|October 2003 · Vol. 15, No. 10
3 steps to reduce postoperative ileus
A new assessment of the evidence favors a counter-intuitive approach. Here, a practitioner reviews the role of postoperative feeding, nasogastric tube placement, and type of anesthetic.
Dr. Rosenman is chief of gynecology and resident program director, Bridgeport Hospital, Yale-New Haven Health System, Bridgeport, Conn, and assistant clinical professor of obstetrics and gynecology, Yale Medical School,
Rather than contributing to ileus, early postoperative feeding now appears to help diminish its occurrence.
There is no justification for routine postoperative placement of nasogastric tubes in asymptomatic patients.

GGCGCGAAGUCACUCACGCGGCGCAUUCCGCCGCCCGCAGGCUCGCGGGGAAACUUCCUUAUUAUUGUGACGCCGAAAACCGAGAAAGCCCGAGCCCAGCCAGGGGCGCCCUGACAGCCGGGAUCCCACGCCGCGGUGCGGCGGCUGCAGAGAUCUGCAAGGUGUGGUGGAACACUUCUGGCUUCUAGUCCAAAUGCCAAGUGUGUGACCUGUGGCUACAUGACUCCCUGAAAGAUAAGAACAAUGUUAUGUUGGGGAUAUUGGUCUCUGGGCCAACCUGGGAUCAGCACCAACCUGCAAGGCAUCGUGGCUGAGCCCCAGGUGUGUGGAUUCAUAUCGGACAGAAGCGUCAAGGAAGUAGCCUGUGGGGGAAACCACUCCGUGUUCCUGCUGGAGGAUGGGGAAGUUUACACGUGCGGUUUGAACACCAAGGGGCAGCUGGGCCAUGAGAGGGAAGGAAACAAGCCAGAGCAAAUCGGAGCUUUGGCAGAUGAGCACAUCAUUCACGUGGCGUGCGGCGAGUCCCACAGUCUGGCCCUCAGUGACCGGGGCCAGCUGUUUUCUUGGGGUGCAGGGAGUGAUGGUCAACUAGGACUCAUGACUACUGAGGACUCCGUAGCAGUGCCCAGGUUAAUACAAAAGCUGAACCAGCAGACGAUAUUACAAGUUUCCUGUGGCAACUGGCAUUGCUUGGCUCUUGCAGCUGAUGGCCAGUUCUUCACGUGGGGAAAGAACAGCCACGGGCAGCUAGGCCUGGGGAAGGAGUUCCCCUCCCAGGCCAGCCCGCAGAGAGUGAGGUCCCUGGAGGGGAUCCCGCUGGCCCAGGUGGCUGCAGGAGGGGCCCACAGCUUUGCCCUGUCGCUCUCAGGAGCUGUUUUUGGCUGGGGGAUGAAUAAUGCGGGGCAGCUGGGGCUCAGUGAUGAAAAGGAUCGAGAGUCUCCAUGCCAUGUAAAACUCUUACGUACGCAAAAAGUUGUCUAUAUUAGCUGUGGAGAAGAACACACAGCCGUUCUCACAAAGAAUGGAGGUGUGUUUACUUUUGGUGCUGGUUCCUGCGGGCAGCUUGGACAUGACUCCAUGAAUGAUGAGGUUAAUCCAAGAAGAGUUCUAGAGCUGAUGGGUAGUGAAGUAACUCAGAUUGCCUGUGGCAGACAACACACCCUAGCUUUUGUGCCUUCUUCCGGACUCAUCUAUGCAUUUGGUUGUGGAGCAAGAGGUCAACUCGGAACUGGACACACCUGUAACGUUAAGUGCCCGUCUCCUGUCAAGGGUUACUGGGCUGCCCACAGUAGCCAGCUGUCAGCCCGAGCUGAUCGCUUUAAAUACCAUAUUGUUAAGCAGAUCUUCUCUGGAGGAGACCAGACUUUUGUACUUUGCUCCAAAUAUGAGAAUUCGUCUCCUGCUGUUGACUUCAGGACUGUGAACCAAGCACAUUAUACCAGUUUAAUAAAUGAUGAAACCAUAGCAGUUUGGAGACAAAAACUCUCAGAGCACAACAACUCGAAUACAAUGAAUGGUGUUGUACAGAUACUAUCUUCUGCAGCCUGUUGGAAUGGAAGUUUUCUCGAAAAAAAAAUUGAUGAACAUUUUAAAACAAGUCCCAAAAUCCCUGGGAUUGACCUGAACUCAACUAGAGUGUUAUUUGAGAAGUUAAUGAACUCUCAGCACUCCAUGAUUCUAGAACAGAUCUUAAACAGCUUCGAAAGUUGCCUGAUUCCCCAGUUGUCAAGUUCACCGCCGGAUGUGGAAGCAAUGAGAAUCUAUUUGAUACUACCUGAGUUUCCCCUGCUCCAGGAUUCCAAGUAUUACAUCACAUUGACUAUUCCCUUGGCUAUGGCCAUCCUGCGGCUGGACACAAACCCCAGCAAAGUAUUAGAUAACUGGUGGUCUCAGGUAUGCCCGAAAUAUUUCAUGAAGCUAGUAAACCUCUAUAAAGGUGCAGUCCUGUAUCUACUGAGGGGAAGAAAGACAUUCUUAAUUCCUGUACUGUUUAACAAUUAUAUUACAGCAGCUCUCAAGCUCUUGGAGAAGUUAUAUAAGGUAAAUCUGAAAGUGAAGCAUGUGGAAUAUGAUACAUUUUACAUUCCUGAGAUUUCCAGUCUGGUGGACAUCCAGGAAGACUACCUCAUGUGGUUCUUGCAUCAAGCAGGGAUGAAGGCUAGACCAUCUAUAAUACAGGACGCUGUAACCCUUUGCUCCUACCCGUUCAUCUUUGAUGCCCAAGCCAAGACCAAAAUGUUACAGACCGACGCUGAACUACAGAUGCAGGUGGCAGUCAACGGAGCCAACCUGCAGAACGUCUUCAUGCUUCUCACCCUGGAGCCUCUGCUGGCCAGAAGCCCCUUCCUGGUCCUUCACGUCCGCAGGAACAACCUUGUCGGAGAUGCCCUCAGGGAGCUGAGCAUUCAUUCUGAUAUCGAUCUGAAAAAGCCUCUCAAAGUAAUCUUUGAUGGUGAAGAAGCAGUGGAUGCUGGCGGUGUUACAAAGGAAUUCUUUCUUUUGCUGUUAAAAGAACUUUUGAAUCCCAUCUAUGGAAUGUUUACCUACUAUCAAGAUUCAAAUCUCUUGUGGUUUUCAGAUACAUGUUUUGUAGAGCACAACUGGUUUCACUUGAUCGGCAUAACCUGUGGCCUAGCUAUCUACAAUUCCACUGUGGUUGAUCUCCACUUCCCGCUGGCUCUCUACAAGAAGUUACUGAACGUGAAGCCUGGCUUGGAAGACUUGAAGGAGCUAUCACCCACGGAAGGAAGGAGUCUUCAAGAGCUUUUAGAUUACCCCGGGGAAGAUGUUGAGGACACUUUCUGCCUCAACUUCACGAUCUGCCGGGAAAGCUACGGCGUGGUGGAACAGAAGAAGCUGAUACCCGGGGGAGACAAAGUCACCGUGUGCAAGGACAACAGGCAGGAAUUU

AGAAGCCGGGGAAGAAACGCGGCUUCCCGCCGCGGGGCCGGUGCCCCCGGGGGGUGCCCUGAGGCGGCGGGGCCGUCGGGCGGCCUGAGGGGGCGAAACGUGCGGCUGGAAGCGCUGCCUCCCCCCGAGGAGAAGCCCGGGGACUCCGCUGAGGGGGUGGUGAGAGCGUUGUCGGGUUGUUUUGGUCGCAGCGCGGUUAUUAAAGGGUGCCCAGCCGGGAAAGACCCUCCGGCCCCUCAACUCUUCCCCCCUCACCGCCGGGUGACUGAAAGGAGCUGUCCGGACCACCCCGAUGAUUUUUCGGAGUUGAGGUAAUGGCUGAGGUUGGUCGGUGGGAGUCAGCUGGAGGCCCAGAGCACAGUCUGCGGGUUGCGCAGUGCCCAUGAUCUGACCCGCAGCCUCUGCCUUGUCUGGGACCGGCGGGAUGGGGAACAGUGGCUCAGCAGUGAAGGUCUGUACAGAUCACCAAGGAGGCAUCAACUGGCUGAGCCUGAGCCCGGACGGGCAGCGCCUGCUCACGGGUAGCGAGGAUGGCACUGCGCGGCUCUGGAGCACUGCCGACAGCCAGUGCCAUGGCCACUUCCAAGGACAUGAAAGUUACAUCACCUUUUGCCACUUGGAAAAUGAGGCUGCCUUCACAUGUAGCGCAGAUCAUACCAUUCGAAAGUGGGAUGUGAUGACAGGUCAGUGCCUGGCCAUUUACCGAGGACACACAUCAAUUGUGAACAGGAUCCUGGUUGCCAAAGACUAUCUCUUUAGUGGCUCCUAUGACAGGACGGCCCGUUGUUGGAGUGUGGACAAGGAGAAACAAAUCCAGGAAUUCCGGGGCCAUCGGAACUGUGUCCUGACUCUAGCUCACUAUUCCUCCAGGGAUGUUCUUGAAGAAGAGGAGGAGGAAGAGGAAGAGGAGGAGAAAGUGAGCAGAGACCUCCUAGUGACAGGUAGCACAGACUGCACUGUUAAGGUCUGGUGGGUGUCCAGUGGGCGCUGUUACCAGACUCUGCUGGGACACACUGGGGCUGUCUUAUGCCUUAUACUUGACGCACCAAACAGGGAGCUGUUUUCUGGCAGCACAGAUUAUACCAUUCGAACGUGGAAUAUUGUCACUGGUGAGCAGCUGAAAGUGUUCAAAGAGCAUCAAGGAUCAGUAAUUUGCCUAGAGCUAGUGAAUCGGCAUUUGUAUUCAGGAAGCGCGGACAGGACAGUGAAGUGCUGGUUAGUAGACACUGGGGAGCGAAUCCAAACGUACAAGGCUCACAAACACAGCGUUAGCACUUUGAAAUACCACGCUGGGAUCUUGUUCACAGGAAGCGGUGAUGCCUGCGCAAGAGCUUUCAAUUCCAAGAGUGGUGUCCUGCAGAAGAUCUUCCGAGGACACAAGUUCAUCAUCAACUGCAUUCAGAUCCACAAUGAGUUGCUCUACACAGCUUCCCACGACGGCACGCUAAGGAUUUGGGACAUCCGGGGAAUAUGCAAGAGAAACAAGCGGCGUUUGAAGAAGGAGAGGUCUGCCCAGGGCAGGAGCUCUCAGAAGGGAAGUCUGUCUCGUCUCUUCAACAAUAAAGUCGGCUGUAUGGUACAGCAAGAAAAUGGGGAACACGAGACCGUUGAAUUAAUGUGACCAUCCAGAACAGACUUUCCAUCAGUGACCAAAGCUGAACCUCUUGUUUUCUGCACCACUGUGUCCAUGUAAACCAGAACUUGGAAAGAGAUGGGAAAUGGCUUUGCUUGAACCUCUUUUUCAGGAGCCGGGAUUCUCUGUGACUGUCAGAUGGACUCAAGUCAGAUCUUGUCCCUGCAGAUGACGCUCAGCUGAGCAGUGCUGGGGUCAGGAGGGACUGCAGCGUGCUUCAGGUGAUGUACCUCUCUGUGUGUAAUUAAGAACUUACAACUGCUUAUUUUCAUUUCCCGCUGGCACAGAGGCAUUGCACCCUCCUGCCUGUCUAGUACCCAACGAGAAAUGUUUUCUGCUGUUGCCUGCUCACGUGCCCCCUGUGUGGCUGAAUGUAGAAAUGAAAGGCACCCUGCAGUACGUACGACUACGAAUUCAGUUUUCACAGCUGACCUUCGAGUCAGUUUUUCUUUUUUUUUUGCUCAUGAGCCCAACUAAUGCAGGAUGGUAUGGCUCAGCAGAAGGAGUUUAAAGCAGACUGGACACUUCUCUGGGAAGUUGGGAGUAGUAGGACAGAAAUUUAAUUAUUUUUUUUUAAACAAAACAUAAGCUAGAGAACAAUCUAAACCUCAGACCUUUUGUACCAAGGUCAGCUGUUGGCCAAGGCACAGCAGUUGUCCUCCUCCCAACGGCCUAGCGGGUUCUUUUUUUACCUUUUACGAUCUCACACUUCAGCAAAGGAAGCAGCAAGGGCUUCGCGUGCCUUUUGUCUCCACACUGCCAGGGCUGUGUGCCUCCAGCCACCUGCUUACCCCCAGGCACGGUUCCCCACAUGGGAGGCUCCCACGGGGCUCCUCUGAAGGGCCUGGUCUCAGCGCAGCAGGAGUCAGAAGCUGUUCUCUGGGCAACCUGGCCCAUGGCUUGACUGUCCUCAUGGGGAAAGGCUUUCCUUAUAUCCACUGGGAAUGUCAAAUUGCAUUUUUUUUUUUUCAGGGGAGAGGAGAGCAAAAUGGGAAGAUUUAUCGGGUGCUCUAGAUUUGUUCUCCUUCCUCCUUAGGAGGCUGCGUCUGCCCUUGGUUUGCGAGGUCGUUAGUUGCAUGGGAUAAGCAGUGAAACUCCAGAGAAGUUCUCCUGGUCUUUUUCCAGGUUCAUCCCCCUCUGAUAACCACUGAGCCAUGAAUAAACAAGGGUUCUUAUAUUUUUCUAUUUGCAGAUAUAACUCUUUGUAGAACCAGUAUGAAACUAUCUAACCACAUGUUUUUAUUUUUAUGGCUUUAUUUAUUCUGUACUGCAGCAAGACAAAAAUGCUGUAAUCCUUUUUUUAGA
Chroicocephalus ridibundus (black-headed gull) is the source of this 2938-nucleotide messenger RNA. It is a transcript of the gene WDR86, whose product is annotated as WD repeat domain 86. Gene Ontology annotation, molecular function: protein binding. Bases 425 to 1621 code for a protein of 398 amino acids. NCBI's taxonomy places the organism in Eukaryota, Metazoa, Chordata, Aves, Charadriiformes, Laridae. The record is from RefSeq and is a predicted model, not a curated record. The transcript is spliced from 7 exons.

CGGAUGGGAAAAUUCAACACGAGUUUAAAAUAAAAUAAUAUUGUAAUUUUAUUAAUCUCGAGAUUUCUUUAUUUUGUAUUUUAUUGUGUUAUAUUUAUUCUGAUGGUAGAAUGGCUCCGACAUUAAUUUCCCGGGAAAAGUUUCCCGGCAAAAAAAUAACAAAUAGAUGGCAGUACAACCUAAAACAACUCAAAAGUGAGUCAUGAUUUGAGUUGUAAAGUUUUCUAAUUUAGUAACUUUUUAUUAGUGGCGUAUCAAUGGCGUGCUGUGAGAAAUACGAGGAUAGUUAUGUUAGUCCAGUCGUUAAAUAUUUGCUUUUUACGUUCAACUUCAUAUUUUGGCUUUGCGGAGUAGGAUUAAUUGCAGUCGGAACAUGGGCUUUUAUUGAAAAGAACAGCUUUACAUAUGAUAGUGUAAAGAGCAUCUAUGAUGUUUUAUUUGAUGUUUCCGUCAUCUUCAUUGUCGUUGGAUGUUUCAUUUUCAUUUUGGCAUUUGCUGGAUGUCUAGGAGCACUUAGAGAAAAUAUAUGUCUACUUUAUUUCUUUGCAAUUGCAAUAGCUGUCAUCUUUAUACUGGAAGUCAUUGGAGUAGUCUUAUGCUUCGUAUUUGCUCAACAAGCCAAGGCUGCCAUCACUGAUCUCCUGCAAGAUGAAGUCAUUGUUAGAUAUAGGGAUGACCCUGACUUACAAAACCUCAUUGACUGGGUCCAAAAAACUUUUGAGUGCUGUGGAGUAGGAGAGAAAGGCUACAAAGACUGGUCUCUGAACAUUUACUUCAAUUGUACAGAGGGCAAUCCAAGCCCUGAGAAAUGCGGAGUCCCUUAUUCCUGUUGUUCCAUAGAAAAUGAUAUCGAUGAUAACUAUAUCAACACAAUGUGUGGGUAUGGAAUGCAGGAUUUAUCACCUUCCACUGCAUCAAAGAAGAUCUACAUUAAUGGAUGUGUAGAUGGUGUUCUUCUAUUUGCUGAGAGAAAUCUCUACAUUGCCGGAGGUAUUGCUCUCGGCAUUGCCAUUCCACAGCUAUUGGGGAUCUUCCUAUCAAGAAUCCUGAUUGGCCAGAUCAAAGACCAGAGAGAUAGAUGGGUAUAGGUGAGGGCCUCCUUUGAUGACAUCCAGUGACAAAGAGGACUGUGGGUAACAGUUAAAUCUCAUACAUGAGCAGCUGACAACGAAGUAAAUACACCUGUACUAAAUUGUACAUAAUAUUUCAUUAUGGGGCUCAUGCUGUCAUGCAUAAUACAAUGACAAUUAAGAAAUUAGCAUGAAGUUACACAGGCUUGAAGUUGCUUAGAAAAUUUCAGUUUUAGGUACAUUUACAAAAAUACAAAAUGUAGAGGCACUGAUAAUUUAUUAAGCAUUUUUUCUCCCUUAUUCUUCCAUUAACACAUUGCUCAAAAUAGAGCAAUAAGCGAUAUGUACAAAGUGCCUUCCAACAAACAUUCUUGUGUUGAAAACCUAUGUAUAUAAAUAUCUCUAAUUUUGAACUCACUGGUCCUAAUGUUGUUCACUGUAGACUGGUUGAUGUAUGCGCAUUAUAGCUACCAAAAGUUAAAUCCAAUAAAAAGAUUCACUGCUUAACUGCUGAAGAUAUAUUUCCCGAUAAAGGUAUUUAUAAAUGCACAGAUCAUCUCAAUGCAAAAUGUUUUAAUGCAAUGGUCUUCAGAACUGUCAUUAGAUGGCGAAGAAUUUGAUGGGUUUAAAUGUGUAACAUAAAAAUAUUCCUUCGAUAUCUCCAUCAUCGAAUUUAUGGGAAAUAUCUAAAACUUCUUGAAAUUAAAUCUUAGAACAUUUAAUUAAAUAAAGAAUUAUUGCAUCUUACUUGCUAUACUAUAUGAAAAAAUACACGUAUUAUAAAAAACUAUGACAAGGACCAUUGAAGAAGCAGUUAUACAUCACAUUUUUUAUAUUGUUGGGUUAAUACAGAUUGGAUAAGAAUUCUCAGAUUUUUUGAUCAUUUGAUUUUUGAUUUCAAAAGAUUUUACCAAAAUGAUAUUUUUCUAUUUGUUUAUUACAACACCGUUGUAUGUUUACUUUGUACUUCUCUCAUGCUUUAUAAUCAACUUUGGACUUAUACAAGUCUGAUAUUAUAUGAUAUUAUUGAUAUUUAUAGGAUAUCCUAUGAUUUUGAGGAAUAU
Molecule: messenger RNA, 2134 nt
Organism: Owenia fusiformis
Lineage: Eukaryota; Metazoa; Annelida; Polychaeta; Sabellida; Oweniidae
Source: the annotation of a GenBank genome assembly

Thoracic epidurals block the reflex that causes postoperative ileus and can be used to prevent its occurrence.
For many years, a single standard of care governed the prevention of postoperative ileus following cesarean delivery and other abdominal surgeries; now it appears the thinking behind that strategy is outdated.
Traditionally, the routine approach to avoiding this complication consisted of placing a nasogastric (NG) tube to decompress the bowel and delaying feeding until bowel function resumed.